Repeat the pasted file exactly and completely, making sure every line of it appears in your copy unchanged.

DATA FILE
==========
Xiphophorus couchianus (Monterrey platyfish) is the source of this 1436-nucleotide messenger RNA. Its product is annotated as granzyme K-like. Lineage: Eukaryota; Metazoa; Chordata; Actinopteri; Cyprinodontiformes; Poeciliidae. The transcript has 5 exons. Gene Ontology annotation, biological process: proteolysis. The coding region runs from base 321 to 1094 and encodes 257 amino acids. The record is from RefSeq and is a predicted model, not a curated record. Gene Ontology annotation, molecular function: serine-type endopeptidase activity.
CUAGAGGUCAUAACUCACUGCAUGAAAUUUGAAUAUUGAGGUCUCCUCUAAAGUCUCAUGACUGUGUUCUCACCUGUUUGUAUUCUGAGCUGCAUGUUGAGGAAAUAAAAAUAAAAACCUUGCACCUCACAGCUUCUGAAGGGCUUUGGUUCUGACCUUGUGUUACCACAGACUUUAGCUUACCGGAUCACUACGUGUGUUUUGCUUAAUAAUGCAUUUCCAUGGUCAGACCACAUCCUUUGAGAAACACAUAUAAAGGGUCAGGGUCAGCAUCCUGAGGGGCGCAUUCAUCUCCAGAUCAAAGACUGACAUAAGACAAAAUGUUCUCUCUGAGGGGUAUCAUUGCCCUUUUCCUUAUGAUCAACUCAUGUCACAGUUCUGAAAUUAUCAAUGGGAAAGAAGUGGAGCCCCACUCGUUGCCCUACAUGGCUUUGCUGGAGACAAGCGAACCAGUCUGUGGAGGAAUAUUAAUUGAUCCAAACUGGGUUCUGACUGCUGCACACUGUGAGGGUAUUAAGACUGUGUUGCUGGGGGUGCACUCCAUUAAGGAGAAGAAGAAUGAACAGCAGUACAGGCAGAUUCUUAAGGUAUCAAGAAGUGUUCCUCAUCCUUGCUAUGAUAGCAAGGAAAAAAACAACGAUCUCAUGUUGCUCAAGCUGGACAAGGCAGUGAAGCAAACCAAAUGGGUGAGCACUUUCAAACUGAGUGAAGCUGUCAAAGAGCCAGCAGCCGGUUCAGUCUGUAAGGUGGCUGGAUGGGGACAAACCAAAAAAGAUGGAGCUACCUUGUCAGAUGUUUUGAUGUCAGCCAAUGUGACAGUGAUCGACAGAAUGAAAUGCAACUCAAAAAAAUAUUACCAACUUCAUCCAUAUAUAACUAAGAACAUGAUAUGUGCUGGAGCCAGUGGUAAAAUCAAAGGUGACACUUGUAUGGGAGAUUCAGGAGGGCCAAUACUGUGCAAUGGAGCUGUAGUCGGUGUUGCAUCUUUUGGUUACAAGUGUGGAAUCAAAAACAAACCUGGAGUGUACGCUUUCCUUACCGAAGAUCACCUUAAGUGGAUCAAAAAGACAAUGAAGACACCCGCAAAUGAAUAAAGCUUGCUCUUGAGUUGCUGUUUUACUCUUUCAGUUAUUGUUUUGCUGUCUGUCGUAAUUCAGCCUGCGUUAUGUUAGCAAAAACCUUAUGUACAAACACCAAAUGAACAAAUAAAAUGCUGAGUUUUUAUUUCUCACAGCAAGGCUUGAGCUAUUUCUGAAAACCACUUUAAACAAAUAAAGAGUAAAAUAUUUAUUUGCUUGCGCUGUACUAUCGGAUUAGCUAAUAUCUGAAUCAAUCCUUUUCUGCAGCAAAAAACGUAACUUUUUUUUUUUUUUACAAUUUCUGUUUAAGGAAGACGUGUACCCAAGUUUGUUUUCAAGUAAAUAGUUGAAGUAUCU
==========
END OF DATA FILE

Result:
Xiphophorus couchianus (Monterrey platyfish) is the source of this 1436-nucleotide messenger RNA. Its product is annotated as granzyme K-like. Lineage: Eukaryota; Metazoa; Chordata; Actinopteri; Cyprinodontiformes; Poeciliidae. The transcript has 5 exons. Gene Ontology annotation, biological process: proteolysis. The coding region runs from base 321 to 1094 and encodes 257 amino acids. The record is from RefSeq and is a predicted model, not a curated record. Gene Ontology annotation, molecular function: serine-type endopeptidase activity.
CUAGAGGUCAUAACUCACUGCAUGAAAUUUGAAUAUUGAGGUCUCCUCUAAAGUCUCAUGACUGUGUUCUCACCUGUUUGUAUUCUGAGCUGCAUGUUGAGGAAAUAAAAAUAAAAACCUUGCACCUCACAGCUUCUGAAGGGCUUUGGUUCUGACCUUGUGUUACCACAGACUUUAGCUUACCGGAUCACUACGUGUGUUUUGCUUAAUAAUGCAUUUCCAUGGUCAGACCACAUCCUUUGAGAAACACAUAUAAAGGGUCAGGGUCAGCAUCCUGAGGGGCGCAUUCAUCUCCAGAUCAAAGACUGACAUAAGACAAAAUGUUCUCUCUGAGGGGUAUCAUUGCCCUUUUCCUUAUGAUCAACUCAUGUCACAGUUCUGAAAUUAUCAAUGGGAAAGAAGUGGAGCCCCACUCGUUGCCCUACAUGGCUUUGCUGGAGACAAGCGAACCAGUCUGUGGAGGAAUAUUAAUUGAUCCAAACUGGGUUCUGACUGCUGCACACUGUGAGGGUAUUAAGACUGUGUUGCUGGGGGUGCACUCCAUUAAGGAGAAGAAGAAUGAACAGCAGUACAGGCAGAUUCUUAAGGUAUCAAGAAGUGUUCCUCAUCCUUGCUAUGAUAGCAAGGAAAAAAACAACGAUCUCAUGUUGCUCAAGCUGGACAAGGCAGUGAAGCAAACCAAAUGGGUGAGCACUUUCAAACUGAGUGAAGCUGUCAAAGAGCCAGCAGCCGGUUCAGUCUGUAAGGUGGCUGGAUGGGGACAAACCAAAAAAGAUGGAGCUACCUUGUCAGAUGUUUUGAUGUCAGCCAAUGUGACAGUGAUCGACAGAAUGAAAUGCAACUCAAAAAAAUAUUACCAACUUCAUCCAUAUAUAACUAAGAACAUGAUAUGUGCUGGAGCCAGUGGUAAAAUCAAAGGUGACACUUGUAUGGGAGAUUCAGGAGGGCCAAUACUGUGCAAUGGAGCUGUAGUCGGUGUUGCAUCUUUUGGUUACAAGUGUGGAAUCAAAAACAAACCUGGAGUGUACGCUUUCCUUACCGAAGAUCACCUUAAGUGGAUCAAAAAGACAAUGAAGACACCCGCAAAUGAAUAAAGCUUGCUCUUGAGUUGCUGUUUUACUCUUUCAGUUAUUGUUUUGCUGUCUGUCGUAAUUCAGCCUGCGUUAUGUUAGCAAAAACCUUAUGUACAAACACCAAAUGAACAAAUAAAAUGCUGAGUUUUUAUUUCUCACAGCAAGGCUUGAGCUAUUUCUGAAAACCACUUUAAACAAAUAAAGAGUAAAAUAUUUAUUUGCUUGCGCUGUACUAUCGGAUUAGCUAAUAUCUGAAUCAAUCCUUUUCUGCAGCAAAAAACGUAACUUUUUUUUUUUUUUACAAUUUCUGUUUAAGGAAGACGUGUACCCAAGUUUGUUUUCAAGUAAAUAGUUGAAGUAUCU